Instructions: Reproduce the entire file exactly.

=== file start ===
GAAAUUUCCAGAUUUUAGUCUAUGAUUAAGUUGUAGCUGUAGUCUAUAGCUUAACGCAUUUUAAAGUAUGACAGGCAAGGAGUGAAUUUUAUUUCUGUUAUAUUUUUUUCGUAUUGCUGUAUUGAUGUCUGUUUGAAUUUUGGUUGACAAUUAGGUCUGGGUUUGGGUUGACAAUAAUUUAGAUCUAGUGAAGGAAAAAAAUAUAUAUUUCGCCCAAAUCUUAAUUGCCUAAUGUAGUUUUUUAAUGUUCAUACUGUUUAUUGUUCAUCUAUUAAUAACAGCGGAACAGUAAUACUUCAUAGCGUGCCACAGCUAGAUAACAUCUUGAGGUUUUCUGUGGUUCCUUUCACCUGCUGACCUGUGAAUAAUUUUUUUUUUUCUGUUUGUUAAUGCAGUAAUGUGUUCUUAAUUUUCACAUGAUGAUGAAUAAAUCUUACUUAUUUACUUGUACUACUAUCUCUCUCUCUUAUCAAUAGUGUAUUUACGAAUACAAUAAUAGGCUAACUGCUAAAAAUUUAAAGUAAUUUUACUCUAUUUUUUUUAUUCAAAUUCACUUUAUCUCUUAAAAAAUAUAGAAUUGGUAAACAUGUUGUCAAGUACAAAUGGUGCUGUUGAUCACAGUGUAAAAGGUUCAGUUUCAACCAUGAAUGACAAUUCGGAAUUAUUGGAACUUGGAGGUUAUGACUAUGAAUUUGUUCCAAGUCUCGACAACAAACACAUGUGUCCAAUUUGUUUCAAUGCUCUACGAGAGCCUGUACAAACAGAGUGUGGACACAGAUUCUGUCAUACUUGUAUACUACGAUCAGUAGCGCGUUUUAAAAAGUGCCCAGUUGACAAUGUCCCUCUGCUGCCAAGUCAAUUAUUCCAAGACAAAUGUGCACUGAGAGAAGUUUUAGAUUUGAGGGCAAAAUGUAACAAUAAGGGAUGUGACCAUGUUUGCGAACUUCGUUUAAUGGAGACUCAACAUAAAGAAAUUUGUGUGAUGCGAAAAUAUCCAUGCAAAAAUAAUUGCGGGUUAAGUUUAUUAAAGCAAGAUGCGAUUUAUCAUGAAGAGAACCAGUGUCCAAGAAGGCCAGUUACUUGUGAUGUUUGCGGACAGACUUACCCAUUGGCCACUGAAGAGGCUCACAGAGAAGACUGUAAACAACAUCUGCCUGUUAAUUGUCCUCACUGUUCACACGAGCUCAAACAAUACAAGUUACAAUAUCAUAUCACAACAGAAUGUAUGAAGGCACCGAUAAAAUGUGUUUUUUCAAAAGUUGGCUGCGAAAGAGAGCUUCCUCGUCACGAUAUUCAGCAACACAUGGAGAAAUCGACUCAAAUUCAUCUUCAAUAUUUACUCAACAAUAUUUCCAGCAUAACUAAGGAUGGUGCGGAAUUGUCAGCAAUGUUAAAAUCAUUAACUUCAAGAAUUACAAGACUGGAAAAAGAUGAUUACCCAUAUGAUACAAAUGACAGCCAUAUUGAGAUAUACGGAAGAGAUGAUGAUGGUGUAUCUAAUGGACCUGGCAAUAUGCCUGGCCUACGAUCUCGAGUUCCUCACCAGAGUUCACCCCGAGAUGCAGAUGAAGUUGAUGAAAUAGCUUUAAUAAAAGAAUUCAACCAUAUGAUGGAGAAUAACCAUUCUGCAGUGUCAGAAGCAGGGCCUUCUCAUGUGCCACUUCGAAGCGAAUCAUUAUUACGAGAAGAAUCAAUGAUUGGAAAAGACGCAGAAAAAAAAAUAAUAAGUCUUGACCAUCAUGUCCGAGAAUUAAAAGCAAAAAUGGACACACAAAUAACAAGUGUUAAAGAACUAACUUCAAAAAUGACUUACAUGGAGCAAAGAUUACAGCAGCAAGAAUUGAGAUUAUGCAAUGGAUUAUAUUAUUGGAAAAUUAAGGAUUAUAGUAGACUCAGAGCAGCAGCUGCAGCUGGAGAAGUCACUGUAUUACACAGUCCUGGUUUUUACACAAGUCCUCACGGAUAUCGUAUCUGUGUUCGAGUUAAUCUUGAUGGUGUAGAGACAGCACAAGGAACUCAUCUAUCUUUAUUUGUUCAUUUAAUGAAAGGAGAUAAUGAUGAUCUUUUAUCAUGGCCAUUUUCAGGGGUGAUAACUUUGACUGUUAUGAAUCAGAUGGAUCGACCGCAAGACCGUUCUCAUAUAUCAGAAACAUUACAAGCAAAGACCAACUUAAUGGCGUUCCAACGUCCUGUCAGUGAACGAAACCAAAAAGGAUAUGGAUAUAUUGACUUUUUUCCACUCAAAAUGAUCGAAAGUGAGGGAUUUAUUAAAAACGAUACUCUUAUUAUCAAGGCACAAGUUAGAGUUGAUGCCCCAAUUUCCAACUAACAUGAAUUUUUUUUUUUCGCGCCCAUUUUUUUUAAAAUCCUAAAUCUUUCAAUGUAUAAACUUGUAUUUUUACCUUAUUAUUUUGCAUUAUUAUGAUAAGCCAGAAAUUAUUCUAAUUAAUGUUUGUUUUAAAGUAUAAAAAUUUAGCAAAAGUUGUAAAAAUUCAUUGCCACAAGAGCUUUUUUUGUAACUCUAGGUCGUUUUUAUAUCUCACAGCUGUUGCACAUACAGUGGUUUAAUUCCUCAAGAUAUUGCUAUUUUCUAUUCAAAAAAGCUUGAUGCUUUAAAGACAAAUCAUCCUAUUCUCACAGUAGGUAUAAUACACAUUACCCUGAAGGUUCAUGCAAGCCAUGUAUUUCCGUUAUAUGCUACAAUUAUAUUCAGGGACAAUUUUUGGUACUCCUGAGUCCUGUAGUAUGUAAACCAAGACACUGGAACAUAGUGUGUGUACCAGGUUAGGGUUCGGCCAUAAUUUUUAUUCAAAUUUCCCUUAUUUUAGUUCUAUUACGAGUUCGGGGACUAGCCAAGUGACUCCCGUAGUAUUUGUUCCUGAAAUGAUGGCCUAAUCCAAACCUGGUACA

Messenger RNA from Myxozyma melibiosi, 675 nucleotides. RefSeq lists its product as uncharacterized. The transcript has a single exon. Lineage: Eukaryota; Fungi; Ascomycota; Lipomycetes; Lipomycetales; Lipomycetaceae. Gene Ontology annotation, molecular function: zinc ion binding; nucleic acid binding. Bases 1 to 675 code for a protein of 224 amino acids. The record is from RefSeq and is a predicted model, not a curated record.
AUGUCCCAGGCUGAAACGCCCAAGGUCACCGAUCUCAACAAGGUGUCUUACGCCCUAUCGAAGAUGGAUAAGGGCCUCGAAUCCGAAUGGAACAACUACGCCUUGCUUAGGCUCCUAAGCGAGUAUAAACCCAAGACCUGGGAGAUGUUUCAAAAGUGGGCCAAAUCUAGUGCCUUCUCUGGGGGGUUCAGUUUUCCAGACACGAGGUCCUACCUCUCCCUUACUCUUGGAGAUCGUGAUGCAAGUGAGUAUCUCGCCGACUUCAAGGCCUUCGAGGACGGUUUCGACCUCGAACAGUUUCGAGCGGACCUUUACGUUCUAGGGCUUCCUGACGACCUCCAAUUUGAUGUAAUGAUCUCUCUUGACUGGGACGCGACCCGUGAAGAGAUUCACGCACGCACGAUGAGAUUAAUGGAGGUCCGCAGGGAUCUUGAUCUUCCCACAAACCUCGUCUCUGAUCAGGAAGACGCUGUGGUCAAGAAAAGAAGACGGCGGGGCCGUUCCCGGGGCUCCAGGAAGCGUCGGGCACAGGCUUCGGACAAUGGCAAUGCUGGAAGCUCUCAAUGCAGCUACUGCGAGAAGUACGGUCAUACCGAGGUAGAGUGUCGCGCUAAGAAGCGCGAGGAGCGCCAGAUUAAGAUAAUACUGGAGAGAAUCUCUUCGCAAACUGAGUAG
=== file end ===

GAAAUUUCCAGAUUUUAGUCUAUGAUUAAGUUGUAGCUGUAGUCUAUAGCUUAACGCAUUUUAAAGUAUGACAGGCAAGGAGUGAAUUUUAUUUCUGUUAUAUUUUUUUCGUAUUGCUGUAUUGAUGUCUGUUUGAAUUUUGGUUGACAAUUAGGUCUGGGUUUGGGUUGACAAUAAUUUAGAUCUAGUGAAGGAAAAAAAUAUAUAUUUCGCCCAAAUCUUAAUUGCCUAAUGUAGUUUUUUAAUGUUCAUACUGUUUAUUGUUCAUCUAUUAAUAACAGCGGAACAGUAAUACUUCAUAGCGUGCCACAGCUAGAUAACAUCUUGAGGUUUUCUGUGGUUCCUUUCACCUGCUGACCUGUGAAUAAUUUUUUUUUUUCUGUUUGUUAAUGCAGUAAUGUGUUCUUAAUUUUCACAUGAUGAUGAAUAAAUCUUACUUAUUUACUUGUACUACUAUCUCUCUCUCUUAUCAAUAGUGUAUUUACGAAUACAAUAAUAGGCUAACUGCUAAAAAUUUAAAGUAAUUUUACUCUAUUUUUUUUAUUCAAAUUCACUUUAUCUCUUAAAAAAUAUAGAAUUGGUAAACAUGUUGUCAAGUACAAAUGGUGCUGUUGAUCACAGUGUAAAAGGUUCAGUUUCAACCAUGAAUGACAAUUCGGAAUUAUUGGAACUUGGAGGUUAUGACUAUGAAUUUGUUCCAAGUCUCGACAACAAACACAUGUGUCCAAUUUGUUUCAAUGCUCUACGAGAGCCUGUACAAACAGAGUGUGGACACAGAUUCUGUCAUACUUGUAUACUACGAUCAGUAGCGCGUUUUAAAAAGUGCCCAGUUGACAAUGUCCCUCUGCUGCCAAGUCAAUUAUUCCAAGACAAAUGUGCACUGAGAGAAGUUUUAGAUUUGAGGGCAAAAUGUAACAAUAAGGGAUGUGACCAUGUUUGCGAACUUCGUUUAAUGGAGACUCAACAUAAAGAAAUUUGUGUGAUGCGAAAAUAUCCAUGCAAAAAUAAUUGCGGGUUAAGUUUAUUAAAGCAAGAUGCGAUUUAUCAUGAAGAGAACCAGUGUCCAAGAAGGCCAGUUACUUGUGAUGUUUGCGGACAGACUUACCCAUUGGCCACUGAAGAGGCUCACAGAGAAGACUGUAAACAACAUCUGCCUGUUAAUUGUCCUCACUGUUCACACGAGCUCAAACAAUACAAGUUACAAUAUCAUAUCACAACAGAAUGUAUGAAGGCACCGAUAAAAUGUGUUUUUUCAAAAGUUGGCUGCGAAAGAGAGCUUCCUCGUCACGAUAUUCAGCAACACAUGGAGAAAUCGACUCAAAUUCAUCUUCAAUAUUUACUCAACAAUAUUUCCAGCAUAACUAAGGAUGGUGCGGAAUUGUCAGCAAUGUUAAAAUCAUUAACUUCAAGAAUUACAAGACUGGAAAAAGAUGAUUACCCAUAUGAUACAAAUGACAGCCAUAUUGAGAUAUACGGAAGAGAUGAUGAUGGUGUAUCUAAUGGACCUGGCAAUAUGCCUGGCCUACGAUCUCGAGUUCCUCACCAGAGUUCACCCCGAGAUGCAGAUGAAGUUGAUGAAAUAGCUUUAAUAAAAGAAUUCAACCAUAUGAUGGAGAAUAACCAUUCUGCAGUGUCAGAAGCAGGGCCUUCUCAUGUGCCACUUCGAAGCGAAUCAUUAUUACGAGAAGAAUCAAUGAUUGGAAAAGACGCAGAAAAAAAAAUAAUAAGUCUUGACCAUCAUGUCCGAGAAUUAAAAGCAAAAAUGGACACACAAAUAACAAGUGUUAAAGAACUAACUUCAAAAAUGACUUACAUGGAGCAAAGAUUACAGCAGCAAGAAUUGAGAUUAUGCAAUGGAUUAUAUUAUUGGAAAAUUAAGGAUUAUAGUAGACUCAGAGCAGCAGCUGCAGCUGGAGAAGUCACUGUAUUACACAGUCCUGGUUUUUACACAAGUCCUCACGGAUAUCGUAUCUGUGUUCGAGUUAAUCUUGAUGGUGUAGAGACAGCACAAGGAACUCAUCUAUCUUUAUUUGUUCAUUUAAUGAAAGGAGAUAAUGAUGAUCUUUUAUCAUGGCCAUUUUCAGGGGUGAUAACUUUGACUGUUAUGAAUCAGAUGGAUCGACCGCAAGACCGUUCUCAUAUAUCAGAAACAUUACAAGCAAAGACCAACUUAAUGGCGUUCCAACGUCCUGUCAGUGAACGAAACCAAAAAGGAUAUGGAUAUAUUGACUUUUUUCCACUCAAAAUGAUCGAAAGUGAGGGAUUUAUUAAAAACGAUACUCUUAUUAUCAAGGCACAAGUUAGAGUUGAUGCCCCAAUUUCCAACUAACAUGAAUUUUUUUUUUUCGCGCCCAUUUUUUUUAAAAUCCUAAAUCUUUCAAUGUAUAAACUUGUAUUUUUACCUUAUUAUUUUGCAUUAUUAUGAUAAGCCAGAAAUUAUUCUAAUUAAUGUUUGUUUUAAAGUAUAAAAAUUUAGCAAAAGUUGUAAAAAUUCAUUGCCACAAGAGCUUUUUUUGUAACUCUAGGUCGUUUUUAUAUCUCACAGCUGUUGCACAUACAGUGGUUUAAUUCCUCAAGAUAUUGCUAUUUUCUAUUCAAAAAAGCUUGAUGCUUUAAAGACAAAUCAUCCUAUUCUCACAGUAGGUAUAAUACACAUUACCCUGAAGGUUCAUGCAAGCCAUGUAUUUCCGUUAUAUGCUACAAUUAUAUUCAGGGACAAUUUUUGGUACUCCUGAGUCCUGUAGUAUGUAAACCAAGACACUGGAACAUAGUGUGUGUACCAGGUUAGGGUUCGGCCAUAAUUUUUAUUCAAAUUUCCCUUAUUUUAGUUCUAUUACGAGUUCGGGGACUAGCCAAGUGACUCCCGUAGUAUUUGUUCCUGAAAUGAUGGCCUAAUCCAAACCUGGUACA

Messenger RNA from Myxozyma melibiosi, 675 nucleotides. RefSeq lists its product as uncharacterized. The transcript has a single exon. Lineage: Eukaryota; Fungi; Ascomycota; Lipomycetes; Lipomycetales; Lipomycetaceae. Gene Ontology annotation, molecular function: zinc ion binding; nucleic acid binding. Bases 1 to 675 code for a protein of 224 amino acids. The record is from RefSeq and is a predicted model, not a curated record.
AUGUCCCAGGCUGAAACGCCCAAGGUCACCGAUCUCAACAAGGUGUCUUACGCCCUAUCGAAGAUGGAUAAGGGCCUCGAAUCCGAAUGGAACAACUACGCCUUGCUUAGGCUCCUAAGCGAGUAUAAACCCAAGACCUGGGAGAUGUUUCAAAAGUGGGCCAAAUCUAGUGCCUUCUCUGGGGGGUUCAGUUUUCCAGACACGAGGUCCUACCUCUCCCUUACUCUUGGAGAUCGUGAUGCAAGUGAGUAUCUCGCCGACUUCAAGGCCUUCGAGGACGGUUUCGACCUCGAACAGUUUCGAGCGGACCUUUACGUUCUAGGGCUUCCUGACGACCUCCAAUUUGAUGUAAUGAUCUCUCUUGACUGGGACGCGACCCGUGAAGAGAUUCACGCACGCACGAUGAGAUUAAUGGAGGUCCGCAGGGAUCUUGAUCUUCCCACAAACCUCGUCUCUGAUCAGGAAGACGCUGUGGUCAAGAAAAGAAGACGGCGGGGCCGUUCCCGGGGCUCCAGGAAGCGUCGGGCACAGGCUUCGGACAAUGGCAAUGCUGGAAGCUCUCAAUGCAGCUACUGCGAGAAGUACGGUCAUACCGAGGUAGAGUGUCGCGCUAAGAAGCGCGAGGAGCGCCAGAUUAAGAUAAUACUGGAGAGAAUCUCUUCGCAAACUGAGUAG